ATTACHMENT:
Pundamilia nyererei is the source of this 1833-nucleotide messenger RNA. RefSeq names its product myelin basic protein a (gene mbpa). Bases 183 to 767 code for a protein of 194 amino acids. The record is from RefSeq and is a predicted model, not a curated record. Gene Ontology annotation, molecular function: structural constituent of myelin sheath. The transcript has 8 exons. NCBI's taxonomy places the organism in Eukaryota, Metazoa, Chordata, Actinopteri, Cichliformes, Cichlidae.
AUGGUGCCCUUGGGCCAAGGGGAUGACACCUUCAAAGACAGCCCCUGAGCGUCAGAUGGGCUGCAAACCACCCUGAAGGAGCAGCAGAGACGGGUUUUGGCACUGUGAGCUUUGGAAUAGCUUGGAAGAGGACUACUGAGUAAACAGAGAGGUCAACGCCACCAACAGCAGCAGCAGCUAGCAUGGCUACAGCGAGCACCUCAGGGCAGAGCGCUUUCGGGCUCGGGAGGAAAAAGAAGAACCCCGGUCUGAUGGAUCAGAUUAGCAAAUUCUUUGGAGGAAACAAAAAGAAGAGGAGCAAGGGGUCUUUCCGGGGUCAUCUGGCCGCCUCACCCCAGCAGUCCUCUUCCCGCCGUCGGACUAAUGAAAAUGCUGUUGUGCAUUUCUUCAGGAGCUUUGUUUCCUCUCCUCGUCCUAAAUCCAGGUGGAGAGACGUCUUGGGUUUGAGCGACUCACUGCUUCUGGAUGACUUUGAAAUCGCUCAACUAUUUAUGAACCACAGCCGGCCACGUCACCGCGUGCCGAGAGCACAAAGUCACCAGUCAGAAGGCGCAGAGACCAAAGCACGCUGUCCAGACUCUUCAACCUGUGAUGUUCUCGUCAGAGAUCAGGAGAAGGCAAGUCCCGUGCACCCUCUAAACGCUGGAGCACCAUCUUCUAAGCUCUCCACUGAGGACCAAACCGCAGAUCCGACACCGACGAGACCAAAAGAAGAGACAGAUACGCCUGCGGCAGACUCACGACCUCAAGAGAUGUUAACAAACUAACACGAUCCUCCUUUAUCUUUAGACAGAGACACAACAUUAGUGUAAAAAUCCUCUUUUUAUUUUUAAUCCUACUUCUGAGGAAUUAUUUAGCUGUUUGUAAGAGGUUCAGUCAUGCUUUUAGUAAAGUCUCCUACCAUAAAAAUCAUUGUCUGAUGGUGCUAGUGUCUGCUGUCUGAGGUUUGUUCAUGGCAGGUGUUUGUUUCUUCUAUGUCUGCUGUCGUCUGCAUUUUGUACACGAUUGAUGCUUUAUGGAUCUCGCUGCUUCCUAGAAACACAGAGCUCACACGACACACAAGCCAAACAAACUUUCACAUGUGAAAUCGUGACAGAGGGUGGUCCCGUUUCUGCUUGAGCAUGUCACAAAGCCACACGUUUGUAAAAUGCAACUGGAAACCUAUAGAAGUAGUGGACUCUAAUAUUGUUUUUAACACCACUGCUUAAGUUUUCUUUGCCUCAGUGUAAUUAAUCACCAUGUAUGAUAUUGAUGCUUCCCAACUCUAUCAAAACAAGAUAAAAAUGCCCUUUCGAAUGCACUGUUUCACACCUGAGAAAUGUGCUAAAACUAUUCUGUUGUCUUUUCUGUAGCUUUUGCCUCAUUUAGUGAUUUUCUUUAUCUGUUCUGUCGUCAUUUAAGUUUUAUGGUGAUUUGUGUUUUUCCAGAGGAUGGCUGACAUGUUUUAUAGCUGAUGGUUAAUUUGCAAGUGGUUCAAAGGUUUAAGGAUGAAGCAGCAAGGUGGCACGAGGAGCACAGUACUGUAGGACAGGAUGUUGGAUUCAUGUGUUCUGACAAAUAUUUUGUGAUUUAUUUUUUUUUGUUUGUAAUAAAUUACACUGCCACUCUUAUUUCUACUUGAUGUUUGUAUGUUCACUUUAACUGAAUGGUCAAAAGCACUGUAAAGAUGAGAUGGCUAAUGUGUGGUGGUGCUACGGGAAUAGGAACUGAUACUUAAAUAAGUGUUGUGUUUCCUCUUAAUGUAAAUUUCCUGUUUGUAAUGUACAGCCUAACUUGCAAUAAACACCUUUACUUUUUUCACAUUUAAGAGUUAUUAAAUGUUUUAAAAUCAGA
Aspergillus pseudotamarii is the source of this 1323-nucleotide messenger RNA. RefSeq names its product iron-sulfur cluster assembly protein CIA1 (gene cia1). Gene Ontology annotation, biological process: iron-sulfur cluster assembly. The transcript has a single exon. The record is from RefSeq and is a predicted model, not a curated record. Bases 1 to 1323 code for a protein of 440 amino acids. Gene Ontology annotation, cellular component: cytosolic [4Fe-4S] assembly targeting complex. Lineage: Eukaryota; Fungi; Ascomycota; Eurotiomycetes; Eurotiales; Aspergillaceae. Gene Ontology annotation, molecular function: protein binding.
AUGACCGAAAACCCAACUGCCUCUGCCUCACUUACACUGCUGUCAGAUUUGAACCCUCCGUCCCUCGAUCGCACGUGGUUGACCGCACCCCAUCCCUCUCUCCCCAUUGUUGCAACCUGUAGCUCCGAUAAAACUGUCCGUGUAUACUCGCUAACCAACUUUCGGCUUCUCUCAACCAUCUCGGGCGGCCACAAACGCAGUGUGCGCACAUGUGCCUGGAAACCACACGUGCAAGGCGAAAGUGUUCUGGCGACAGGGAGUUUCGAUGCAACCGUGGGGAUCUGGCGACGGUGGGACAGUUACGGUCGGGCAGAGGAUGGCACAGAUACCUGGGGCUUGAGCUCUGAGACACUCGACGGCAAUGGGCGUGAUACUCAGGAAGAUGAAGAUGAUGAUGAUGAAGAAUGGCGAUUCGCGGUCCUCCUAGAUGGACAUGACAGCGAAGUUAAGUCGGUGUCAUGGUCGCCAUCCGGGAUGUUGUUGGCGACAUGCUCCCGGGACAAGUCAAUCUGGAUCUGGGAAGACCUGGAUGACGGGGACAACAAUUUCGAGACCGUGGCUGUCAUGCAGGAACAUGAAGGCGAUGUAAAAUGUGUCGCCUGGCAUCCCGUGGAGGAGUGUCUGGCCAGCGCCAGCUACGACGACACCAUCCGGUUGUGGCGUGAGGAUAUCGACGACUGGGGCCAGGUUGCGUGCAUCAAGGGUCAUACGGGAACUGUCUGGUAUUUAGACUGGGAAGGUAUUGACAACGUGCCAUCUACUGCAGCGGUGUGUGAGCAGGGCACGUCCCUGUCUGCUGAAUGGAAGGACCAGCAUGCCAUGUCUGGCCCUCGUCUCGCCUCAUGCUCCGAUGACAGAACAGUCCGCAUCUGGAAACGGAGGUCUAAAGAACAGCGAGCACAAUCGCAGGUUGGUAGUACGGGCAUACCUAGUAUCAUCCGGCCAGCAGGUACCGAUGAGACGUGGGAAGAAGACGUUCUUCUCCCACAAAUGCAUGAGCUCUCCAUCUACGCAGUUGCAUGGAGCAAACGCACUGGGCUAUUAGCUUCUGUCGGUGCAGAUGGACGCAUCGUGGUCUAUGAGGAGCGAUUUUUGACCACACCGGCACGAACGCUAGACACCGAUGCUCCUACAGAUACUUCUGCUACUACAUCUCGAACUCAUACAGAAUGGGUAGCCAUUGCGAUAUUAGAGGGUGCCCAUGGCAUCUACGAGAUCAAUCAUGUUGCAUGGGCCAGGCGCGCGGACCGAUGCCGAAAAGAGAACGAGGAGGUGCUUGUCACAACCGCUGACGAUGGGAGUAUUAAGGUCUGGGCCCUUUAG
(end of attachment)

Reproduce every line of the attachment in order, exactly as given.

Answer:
Pundamilia nyererei is the source of this 1833-nucleotide messenger RNA. RefSeq names its product myelin basic protein a (gene mbpa). Bases 183 to 767 code for a protein of 194 amino acids. The record is from RefSeq and is a predicted model, not a curated record. Gene Ontology annotation, molecular function: structural constituent of myelin sheath. The transcript has 8 exons. NCBI's taxonomy places the organism in Eukaryota, Metazoa, Chordata, Actinopteri, Cichliformes, Cichlidae.
AUGGUGCCCUUGGGCCAAGGGGAUGACACCUUCAAAGACAGCCCCUGAGCGUCAGAUGGGCUGCAAACCACCCUGAAGGAGCAGCAGAGACGGGUUUUGGCACUGUGAGCUUUGGAAUAGCUUGGAAGAGGACUACUGAGUAAACAGAGAGGUCAACGCCACCAACAGCAGCAGCAGCUAGCAUGGCUACAGCGAGCACCUCAGGGCAGAGCGCUUUCGGGCUCGGGAGGAAAAAGAAGAACCCCGGUCUGAUGGAUCAGAUUAGCAAAUUCUUUGGAGGAAACAAAAAGAAGAGGAGCAAGGGGUCUUUCCGGGGUCAUCUGGCCGCCUCACCCCAGCAGUCCUCUUCCCGCCGUCGGACUAAUGAAAAUGCUGUUGUGCAUUUCUUCAGGAGCUUUGUUUCCUCUCCUCGUCCUAAAUCCAGGUGGAGAGACGUCUUGGGUUUGAGCGACUCACUGCUUCUGGAUGACUUUGAAAUCGCUCAACUAUUUAUGAACCACAGCCGGCCACGUCACCGCGUGCCGAGAGCACAAAGUCACCAGUCAGAAGGCGCAGAGACCAAAGCACGCUGUCCAGACUCUUCAACCUGUGAUGUUCUCGUCAGAGAUCAGGAGAAGGCAAGUCCCGUGCACCCUCUAAACGCUGGAGCACCAUCUUCUAAGCUCUCCACUGAGGACCAAACCGCAGAUCCGACACCGACGAGACCAAAAGAAGAGACAGAUACGCCUGCGGCAGACUCACGACCUCAAGAGAUGUUAACAAACUAACACGAUCCUCCUUUAUCUUUAGACAGAGACACAACAUUAGUGUAAAAAUCCUCUUUUUAUUUUUAAUCCUACUUCUGAGGAAUUAUUUAGCUGUUUGUAAGAGGUUCAGUCAUGCUUUUAGUAAAGUCUCCUACCAUAAAAAUCAUUGUCUGAUGGUGCUAGUGUCUGCUGUCUGAGGUUUGUUCAUGGCAGGUGUUUGUUUCUUCUAUGUCUGCUGUCGUCUGCAUUUUGUACACGAUUGAUGCUUUAUGGAUCUCGCUGCUUCCUAGAAACACAGAGCUCACACGACACACAAGCCAAACAAACUUUCACAUGUGAAAUCGUGACAGAGGGUGGUCCCGUUUCUGCUUGAGCAUGUCACAAAGCCACACGUUUGUAAAAUGCAACUGGAAACCUAUAGAAGUAGUGGACUCUAAUAUUGUUUUUAACACCACUGCUUAAGUUUUCUUUGCCUCAGUGUAAUUAAUCACCAUGUAUGAUAUUGAUGCUUCCCAACUCUAUCAAAACAAGAUAAAAAUGCCCUUUCGAAUGCACUGUUUCACACCUGAGAAAUGUGCUAAAACUAUUCUGUUGUCUUUUCUGUAGCUUUUGCCUCAUUUAGUGAUUUUCUUUAUCUGUUCUGUCGUCAUUUAAGUUUUAUGGUGAUUUGUGUUUUUCCAGAGGAUGGCUGACAUGUUUUAUAGCUGAUGGUUAAUUUGCAAGUGGUUCAAAGGUUUAAGGAUGAAGCAGCAAGGUGGCACGAGGAGCACAGUACUGUAGGACAGGAUGUUGGAUUCAUGUGUUCUGACAAAUAUUUUGUGAUUUAUUUUUUUUUGUUUGUAAUAAAUUACACUGCCACUCUUAUUUCUACUUGAUGUUUGUAUGUUCACUUUAACUGAAUGGUCAAAAGCACUGUAAAGAUGAGAUGGCUAAUGUGUGGUGGUGCUACGGGAAUAGGAACUGAUACUUAAAUAAGUGUUGUGUUUCCUCUUAAUGUAAAUUUCCUGUUUGUAAUGUACAGCCUAACUUGCAAUAAACACCUUUACUUUUUUCACAUUUAAGAGUUAUUAAAUGUUUUAAAAUCAGA
Aspergillus pseudotamarii is the source of this 1323-nucleotide messenger RNA. RefSeq names its product iron-sulfur cluster assembly protein CIA1 (gene cia1). Gene Ontology annotation, biological process: iron-sulfur cluster assembly. The transcript has a single exon. The record is from RefSeq and is a predicted model, not a curated record. Bases 1 to 1323 code for a protein of 440 amino acids. Gene Ontology annotation, cellular component: cytosolic [4Fe-4S] assembly targeting complex. Lineage: Eukaryota; Fungi; Ascomycota; Eurotiomycetes; Eurotiales; Aspergillaceae. Gene Ontology annotation, molecular function: protein binding.
AUGACCGAAAACCCAACUGCCUCUGCCUCACUUACACUGCUGUCAGAUUUGAACCCUCCGUCCCUCGAUCGCACGUGGUUGACCGCACCCCAUCCCUCUCUCCCCAUUGUUGCAACCUGUAGCUCCGAUAAAACUGUCCGUGUAUACUCGCUAACCAACUUUCGGCUUCUCUCAACCAUCUCGGGCGGCCACAAACGCAGUGUGCGCACAUGUGCCUGGAAACCACACGUGCAAGGCGAAAGUGUUCUGGCGACAGGGAGUUUCGAUGCAACCGUGGGGAUCUGGCGACGGUGGGACAGUUACGGUCGGGCAGAGGAUGGCACAGAUACCUGGGGCUUGAGCUCUGAGACACUCGACGGCAAUGGGCGUGAUACUCAGGAAGAUGAAGAUGAUGAUGAUGAAGAAUGGCGAUUCGCGGUCCUCCUAGAUGGACAUGACAGCGAAGUUAAGUCGGUGUCAUGGUCGCCAUCCGGGAUGUUGUUGGCGACAUGCUCCCGGGACAAGUCAAUCUGGAUCUGGGAAGACCUGGAUGACGGGGACAACAAUUUCGAGACCGUGGCUGUCAUGCAGGAACAUGAAGGCGAUGUAAAAUGUGUCGCCUGGCAUCCCGUGGAGGAGUGUCUGGCCAGCGCCAGCUACGACGACACCAUCCGGUUGUGGCGUGAGGAUAUCGACGACUGGGGCCAGGUUGCGUGCAUCAAGGGUCAUACGGGAACUGUCUGGUAUUUAGACUGGGAAGGUAUUGACAACGUGCCAUCUACUGCAGCGGUGUGUGAGCAGGGCACGUCCCUGUCUGCUGAAUGGAAGGACCAGCAUGCCAUGUCUGGCCCUCGUCUCGCCUCAUGCUCCGAUGACAGAACAGUCCGCAUCUGGAAACGGAGGUCUAAAGAACAGCGAGCACAAUCGCAGGUUGGUAGUACGGGCAUACCUAGUAUCAUCCGGCCAGCAGGUACCGAUGAGACGUGGGAAGAAGACGUUCUUCUCCCACAAAUGCAUGAGCUCUCCAUCUACGCAGUUGCAUGGAGCAAACGCACUGGGCUAUUAGCUUCUGUCGGUGCAGAUGGACGCAUCGUGGUCUAUGAGGAGCGAUUUUUGACCACACCGGCACGAACGCUAGACACCGAUGCUCCUACAGAUACUUCUGCUACUACAUCUCGAACUCAUACAGAAUGGGUAGCCAUUGCGAUAUUAGAGGGUGCCCAUGGCAUCUACGAGAUCAAUCAUGUUGCAUGGGCCAGGCGCGCGGACCGAUGCCGAAAAGAGAACGAGGAGGUGCUUGUCACAACCGCUGACGAUGGGAGUAUUAAGGUCUGGGCCCUUUAG